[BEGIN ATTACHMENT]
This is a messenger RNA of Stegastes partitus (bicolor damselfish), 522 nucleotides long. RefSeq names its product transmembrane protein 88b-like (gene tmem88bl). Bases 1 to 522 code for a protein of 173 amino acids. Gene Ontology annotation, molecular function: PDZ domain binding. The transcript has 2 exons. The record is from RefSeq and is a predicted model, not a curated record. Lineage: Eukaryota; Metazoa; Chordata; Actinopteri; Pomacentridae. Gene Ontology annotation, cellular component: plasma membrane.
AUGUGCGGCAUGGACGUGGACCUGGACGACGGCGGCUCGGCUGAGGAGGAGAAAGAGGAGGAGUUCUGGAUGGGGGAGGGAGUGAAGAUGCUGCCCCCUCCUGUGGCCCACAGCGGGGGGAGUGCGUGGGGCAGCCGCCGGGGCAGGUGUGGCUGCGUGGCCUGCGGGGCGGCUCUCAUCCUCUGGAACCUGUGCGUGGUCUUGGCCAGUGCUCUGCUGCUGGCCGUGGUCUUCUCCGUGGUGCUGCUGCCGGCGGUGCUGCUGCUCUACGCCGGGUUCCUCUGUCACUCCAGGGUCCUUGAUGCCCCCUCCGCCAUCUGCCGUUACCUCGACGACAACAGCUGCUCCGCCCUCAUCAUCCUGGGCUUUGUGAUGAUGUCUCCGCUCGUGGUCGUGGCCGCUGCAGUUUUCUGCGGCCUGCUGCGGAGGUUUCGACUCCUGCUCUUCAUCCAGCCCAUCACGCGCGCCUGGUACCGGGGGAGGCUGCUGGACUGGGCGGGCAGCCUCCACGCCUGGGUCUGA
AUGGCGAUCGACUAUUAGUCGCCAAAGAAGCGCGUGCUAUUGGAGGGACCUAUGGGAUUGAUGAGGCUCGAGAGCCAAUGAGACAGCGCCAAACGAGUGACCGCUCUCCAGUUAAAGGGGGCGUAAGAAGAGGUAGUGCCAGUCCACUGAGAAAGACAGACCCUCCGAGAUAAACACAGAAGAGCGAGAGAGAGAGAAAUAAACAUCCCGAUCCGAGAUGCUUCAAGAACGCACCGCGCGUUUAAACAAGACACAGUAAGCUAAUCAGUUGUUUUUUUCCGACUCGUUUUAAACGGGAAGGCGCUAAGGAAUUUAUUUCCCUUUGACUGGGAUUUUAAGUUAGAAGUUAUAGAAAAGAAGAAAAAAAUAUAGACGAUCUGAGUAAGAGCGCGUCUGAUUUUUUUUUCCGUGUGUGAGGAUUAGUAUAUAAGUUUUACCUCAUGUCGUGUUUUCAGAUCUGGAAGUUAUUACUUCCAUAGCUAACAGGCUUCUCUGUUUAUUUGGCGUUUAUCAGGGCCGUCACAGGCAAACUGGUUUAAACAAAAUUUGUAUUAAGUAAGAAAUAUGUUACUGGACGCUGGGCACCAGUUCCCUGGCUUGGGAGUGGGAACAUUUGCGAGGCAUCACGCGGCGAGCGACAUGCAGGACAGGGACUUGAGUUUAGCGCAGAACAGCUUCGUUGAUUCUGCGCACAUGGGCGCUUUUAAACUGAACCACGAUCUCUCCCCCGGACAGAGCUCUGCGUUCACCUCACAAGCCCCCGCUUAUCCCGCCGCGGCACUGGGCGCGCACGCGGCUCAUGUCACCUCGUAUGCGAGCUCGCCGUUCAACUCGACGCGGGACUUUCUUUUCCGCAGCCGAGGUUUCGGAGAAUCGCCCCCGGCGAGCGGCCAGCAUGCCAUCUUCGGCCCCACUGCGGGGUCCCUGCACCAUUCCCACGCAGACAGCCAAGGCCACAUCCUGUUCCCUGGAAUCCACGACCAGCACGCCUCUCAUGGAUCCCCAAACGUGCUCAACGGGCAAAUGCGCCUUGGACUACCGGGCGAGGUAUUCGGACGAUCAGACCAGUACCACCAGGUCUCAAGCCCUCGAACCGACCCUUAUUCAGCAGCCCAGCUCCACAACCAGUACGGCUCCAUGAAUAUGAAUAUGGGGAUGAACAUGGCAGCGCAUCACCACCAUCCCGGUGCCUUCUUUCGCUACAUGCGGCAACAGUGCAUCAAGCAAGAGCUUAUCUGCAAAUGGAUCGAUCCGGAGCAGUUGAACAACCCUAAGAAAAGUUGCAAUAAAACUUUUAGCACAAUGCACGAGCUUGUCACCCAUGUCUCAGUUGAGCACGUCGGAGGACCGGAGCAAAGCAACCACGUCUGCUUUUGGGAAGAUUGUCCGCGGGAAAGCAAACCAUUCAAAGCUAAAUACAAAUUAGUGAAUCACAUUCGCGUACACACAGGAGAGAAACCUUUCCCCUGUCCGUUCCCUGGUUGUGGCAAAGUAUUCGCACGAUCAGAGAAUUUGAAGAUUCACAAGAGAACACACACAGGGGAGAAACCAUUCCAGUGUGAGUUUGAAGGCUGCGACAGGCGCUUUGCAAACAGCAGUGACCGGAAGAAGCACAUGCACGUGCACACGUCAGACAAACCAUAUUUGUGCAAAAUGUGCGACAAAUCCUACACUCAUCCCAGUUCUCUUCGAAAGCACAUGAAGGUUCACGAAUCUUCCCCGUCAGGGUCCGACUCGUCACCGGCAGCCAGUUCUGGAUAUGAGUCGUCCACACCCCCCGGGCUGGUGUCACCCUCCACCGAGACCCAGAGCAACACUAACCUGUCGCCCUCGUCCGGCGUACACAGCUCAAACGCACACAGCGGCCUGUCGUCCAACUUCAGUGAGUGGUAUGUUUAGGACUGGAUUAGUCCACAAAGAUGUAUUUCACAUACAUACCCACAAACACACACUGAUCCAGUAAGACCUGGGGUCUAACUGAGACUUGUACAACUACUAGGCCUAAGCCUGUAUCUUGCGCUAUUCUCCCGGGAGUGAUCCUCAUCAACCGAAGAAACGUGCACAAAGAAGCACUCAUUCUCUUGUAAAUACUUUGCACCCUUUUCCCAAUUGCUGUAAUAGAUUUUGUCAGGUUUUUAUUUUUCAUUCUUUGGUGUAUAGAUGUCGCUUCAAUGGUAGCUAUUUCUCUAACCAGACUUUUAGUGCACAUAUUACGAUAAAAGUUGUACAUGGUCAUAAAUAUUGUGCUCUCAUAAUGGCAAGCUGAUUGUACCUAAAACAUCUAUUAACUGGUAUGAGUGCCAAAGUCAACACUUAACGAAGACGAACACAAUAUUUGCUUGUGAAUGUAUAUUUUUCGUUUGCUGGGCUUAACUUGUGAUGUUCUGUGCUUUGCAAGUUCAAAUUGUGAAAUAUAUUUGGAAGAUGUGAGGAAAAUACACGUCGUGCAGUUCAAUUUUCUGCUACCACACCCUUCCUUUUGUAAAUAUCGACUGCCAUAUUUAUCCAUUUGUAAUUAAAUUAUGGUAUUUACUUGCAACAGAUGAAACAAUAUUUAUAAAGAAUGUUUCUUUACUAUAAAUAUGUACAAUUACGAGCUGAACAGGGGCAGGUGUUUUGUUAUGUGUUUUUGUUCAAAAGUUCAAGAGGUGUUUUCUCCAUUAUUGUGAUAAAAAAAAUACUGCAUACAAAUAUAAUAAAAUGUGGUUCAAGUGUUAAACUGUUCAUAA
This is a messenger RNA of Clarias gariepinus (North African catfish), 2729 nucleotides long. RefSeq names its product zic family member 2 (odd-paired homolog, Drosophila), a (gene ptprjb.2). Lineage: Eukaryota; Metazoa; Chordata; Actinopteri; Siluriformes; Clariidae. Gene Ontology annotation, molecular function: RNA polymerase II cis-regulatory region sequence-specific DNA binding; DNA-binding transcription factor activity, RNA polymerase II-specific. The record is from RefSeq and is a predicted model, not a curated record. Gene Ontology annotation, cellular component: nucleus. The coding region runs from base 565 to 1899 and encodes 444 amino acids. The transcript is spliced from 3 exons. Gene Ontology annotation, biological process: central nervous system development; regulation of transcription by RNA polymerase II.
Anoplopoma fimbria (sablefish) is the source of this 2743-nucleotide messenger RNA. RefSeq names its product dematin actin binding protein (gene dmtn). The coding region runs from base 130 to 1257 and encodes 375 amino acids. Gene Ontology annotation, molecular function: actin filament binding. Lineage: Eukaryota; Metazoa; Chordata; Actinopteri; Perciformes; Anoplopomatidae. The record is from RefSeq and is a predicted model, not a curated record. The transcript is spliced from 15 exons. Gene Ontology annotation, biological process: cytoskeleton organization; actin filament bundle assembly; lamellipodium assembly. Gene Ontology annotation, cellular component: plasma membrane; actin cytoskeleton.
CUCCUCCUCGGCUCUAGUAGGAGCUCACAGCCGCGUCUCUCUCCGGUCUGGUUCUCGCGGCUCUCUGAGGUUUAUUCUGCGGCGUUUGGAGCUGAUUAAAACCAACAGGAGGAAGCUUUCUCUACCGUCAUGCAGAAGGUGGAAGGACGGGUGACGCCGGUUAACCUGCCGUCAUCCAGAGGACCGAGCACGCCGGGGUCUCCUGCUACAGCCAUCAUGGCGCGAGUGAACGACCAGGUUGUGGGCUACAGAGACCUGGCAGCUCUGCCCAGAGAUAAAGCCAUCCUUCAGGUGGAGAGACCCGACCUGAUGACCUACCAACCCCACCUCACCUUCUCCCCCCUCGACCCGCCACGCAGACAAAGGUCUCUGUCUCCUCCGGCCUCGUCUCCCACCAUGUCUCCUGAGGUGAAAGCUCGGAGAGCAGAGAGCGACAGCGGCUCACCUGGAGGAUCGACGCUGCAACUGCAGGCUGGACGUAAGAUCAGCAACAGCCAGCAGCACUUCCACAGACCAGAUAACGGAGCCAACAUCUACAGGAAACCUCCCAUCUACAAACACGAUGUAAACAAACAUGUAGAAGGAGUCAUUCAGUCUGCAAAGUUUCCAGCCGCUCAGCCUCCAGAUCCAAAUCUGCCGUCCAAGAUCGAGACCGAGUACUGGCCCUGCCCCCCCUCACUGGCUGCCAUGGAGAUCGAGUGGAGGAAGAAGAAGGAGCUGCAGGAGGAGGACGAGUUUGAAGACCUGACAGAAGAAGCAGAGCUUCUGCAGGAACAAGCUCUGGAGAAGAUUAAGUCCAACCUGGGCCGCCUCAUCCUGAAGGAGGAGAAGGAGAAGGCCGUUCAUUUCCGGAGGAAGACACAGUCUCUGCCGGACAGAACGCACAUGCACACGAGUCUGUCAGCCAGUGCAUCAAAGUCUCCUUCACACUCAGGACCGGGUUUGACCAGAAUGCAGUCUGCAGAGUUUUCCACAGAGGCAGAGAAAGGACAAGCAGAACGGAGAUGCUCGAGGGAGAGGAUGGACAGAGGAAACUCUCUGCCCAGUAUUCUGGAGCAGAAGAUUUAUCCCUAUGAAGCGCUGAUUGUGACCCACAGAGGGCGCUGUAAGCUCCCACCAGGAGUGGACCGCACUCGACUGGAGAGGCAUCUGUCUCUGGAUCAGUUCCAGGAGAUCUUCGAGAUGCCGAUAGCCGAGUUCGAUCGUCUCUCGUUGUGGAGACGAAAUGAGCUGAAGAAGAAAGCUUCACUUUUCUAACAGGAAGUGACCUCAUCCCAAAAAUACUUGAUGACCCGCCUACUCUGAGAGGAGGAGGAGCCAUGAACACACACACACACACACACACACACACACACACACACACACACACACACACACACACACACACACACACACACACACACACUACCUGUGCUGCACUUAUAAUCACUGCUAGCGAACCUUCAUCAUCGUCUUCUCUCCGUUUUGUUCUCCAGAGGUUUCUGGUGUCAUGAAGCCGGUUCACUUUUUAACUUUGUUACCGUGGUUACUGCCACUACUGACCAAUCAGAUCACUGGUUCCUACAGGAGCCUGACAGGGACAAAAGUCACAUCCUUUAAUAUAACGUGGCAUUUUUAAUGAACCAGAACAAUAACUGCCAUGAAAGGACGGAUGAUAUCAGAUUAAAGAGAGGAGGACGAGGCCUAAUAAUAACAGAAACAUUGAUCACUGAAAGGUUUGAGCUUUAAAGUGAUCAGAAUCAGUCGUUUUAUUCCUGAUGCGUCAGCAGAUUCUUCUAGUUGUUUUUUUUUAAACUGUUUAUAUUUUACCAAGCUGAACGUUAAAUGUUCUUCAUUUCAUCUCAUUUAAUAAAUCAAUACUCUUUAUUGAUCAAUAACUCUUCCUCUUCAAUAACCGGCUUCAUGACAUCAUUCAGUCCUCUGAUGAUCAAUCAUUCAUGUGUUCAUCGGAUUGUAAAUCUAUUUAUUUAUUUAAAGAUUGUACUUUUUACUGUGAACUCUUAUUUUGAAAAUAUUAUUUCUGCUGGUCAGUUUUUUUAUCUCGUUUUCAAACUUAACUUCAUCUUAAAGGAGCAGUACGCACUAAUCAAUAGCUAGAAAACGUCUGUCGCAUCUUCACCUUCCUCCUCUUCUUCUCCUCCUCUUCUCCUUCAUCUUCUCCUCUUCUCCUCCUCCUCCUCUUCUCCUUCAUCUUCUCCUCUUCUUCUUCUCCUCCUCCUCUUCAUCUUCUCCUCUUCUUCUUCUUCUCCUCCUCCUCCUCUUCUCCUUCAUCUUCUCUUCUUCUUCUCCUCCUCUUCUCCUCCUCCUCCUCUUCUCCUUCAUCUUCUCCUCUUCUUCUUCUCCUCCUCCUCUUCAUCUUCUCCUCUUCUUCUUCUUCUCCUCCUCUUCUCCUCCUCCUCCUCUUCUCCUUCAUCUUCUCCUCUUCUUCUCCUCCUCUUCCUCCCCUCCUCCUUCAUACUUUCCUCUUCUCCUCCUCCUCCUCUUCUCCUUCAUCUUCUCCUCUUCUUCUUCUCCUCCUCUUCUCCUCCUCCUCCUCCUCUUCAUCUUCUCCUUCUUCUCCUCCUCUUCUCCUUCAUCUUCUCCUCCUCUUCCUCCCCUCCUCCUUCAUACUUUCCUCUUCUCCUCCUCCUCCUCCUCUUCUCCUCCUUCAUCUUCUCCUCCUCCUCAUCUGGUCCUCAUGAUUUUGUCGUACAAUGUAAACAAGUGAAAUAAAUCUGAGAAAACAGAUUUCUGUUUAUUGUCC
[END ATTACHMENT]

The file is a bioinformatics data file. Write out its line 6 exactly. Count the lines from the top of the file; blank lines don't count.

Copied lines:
CUCCUCCUCGGCUCUAGUAGGAGCUCACAGCCGCGUCUCUCUCCGGUCUGGUUCUCGCGGCUCUCUGAGGUUUAUUCUGCGGCGUUUGGAGCUGAUUAAAACCAACAGGAGGAAGCUUUCUCUACCGUCAUGCAGAAGGUGGAAGGACGGGUGACGCCGGUUAACCUGCCGUCAUCCAGAGGACCGAGCACGCCGGGGUCUCCUGCUACAGCCAUCAUGGCGCGAGUGAACGACCAGGUUGUGGGCUACAGAGACCUGGCAGCUCUGCCCAGAGAUAAAGCCAUCCUUCAGGUGGAGAGACCCGACCUGAUGACCUACCAACCCCACCUCACCUUCUCCCCCCUCGACCCGCCACGCAGACAAAGGUCUCUGUCUCCUCCGGCCUCGUCUCCCACCAUGUCUCCUGAGGUGAAAGCUCGGAGAGCAGAGAGCGACAGCGGCUCACCUGGAGGAUCGACGCUGCAACUGCAGGCUGGACGUAAGAUCAGCAACAGCCAGCAGCACUUCCACAGACCAGAUAACGGAGCCAACAUCUACAGGAAACCUCCCAUCUACAAACACGAUGUAAACAAACAUGUAGAAGGAGUCAUUCAGUCUGCAAAGUUUCCAGCCGCUCAGCCUCCAGAUCCAAAUCUGCCGUCCAAGAUCGAGACCGAGUACUGGCCCUGCCCCCCCUCACUGGCUGCCAUGGAGAUCGAGUGGAGGAAGAAGAAGGAGCUGCAGGAGGAGGACGAGUUUGAAGACCUGACAGAAGAAGCAGAGCUUCUGCAGGAACAAGCUCUGGAGAAGAUUAAGUCCAACCUGGGCCGCCUCAUCCUGAAGGAGGAGAAGGAGAAGGCCGUUCAUUUCCGGAGGAAGACACAGUCUCUGCCGGACAGAACGCACAUGCACACGAGUCUGUCAGCCAGUGCAUCAAAGUCUCCUUCACACUCAGGACCGGGUUUGACCAGAAUGCAGUCUGCAGAGUUUUCCACAGAGGCAGAGAAAGGACAAGCAGAACGGAGAUGCUCGAGGGAGAGGAUGGACAGAGGAAACUCUCUGCCCAGUAUUCUGGAGCAGAAGAUUUAUCCCUAUGAAGCGCUGAUUGUGACCCACAGAGGGCGCUGUAAGCUCCCACCAGGAGUGGACCGCACUCGACUGGAGAGGCAUCUGUCUCUGGAUCAGUUCCAGGAGAUCUUCGAGAUGCCGAUAGCCGAGUUCGAUCGUCUCUCGUUGUGGAGACGAAAUGAGCUGAAGAAGAAAGCUUCACUUUUCUAACAGGAAGUGACCUCAUCCCAAAAAUACUUGAUGACCCGCCUACUCUGAGAGGAGGAGGAGCCAUGAACACACACACACACACACACACACACACACACACACACACACACACACACACACACACACACACACACACACACACACACACUACCUGUGCUGCACUUAUAAUCACUGCUAGCGAACCUUCAUCAUCGUCUUCUCUCCGUUUUGUUCUCCAGAGGUUUCUGGUGUCAUGAAGCCGGUUCACUUUUUAACUUUGUUACCGUGGUUACUGCCACUACUGACCAAUCAGAUCACUGGUUCCUACAGGAGCCUGACAGGGACAAAAGUCACAUCCUUUAAUAUAACGUGGCAUUUUUAAUGAACCAGAACAAUAACUGCCAUGAAAGGACGGAUGAUAUCAGAUUAAAGAGAGGAGGACGAGGCCUAAUAAUAACAGAAACAUUGAUCACUGAAAGGUUUGAGCUUUAAAGUGAUCAGAAUCAGUCGUUUUAUUCCUGAUGCGUCAGCAGAUUCUUCUAGUUGUUUUUUUUUAAACUGUUUAUAUUUUACCAAGCUGAACGUUAAAUGUUCUUCAUUUCAUCUCAUUUAAUAAAUCAAUACUCUUUAUUGAUCAAUAACUCUUCCUCUUCAAUAACCGGCUUCAUGACAUCAUUCAGUCCUCUGAUGAUCAAUCAUUCAUGUGUUCAUCGGAUUGUAAAUCUAUUUAUUUAUUUAAAGAUUGUACUUUUUACUGUGAACUCUUAUUUUGAAAAUAUUAUUUCUGCUGGUCAGUUUUUUUAUCUCGUUUUCAAACUUAACUUCAUCUUAAAGGAGCAGUACGCACUAAUCAAUAGCUAGAAAACGUCUGUCGCAUCUUCACCUUCCUCCUCUUCUUCUCCUCCUCUUCUCCUUCAUCUUCUCCUCUUCUCCUCCUCCUCCUCUUCUCCUUCAUCUUCUCCUCUUCUUCUUCUCCUCCUCCUCUUCAUCUUCUCCUCUUCUUCUUCUUCUCCUCCUCCUCCUCUUCUCCUUCAUCUUCUCUUCUUCUUCUCCUCCUCUUCUCCUCCUCCUCCUCUUCUCCUUCAUCUUCUCCUCUUCUUCUUCUCCUCCUCCUCUUCAUCUUCUCCUCUUCUUCUUCUUCUCCUCCUCUUCUCCUCCUCCUCCUCUUCUCCUUCAUCUUCUCCUCUUCUUCUCCUCCUCUUCCUCCCCUCCUCCUUCAUACUUUCCUCUUCUCCUCCUCCUCCUCUUCUCCUUCAUCUUCUCCUCUUCUUCUUCUCCUCCUCUUCUCCUCCUCCUCCUCCUCUUCAUCUUCUCCUUCUUCUCCUCCUCUUCUCCUUCAUCUUCUCCUCCUCUUCCUCCCCUCCUCCUUCAUACUUUCCUCUUCUCCUCCUCCUCCUCCUCUUCUCCUCCUUCAUCUUCUCCUCCUCCUCAUCUGGUCCUCAUGAUUUUGUCGUACAAUGUAAACAAGUGAAAUAAAUCUGAGAAAACAGAUUUCUGUUUAUUGUCC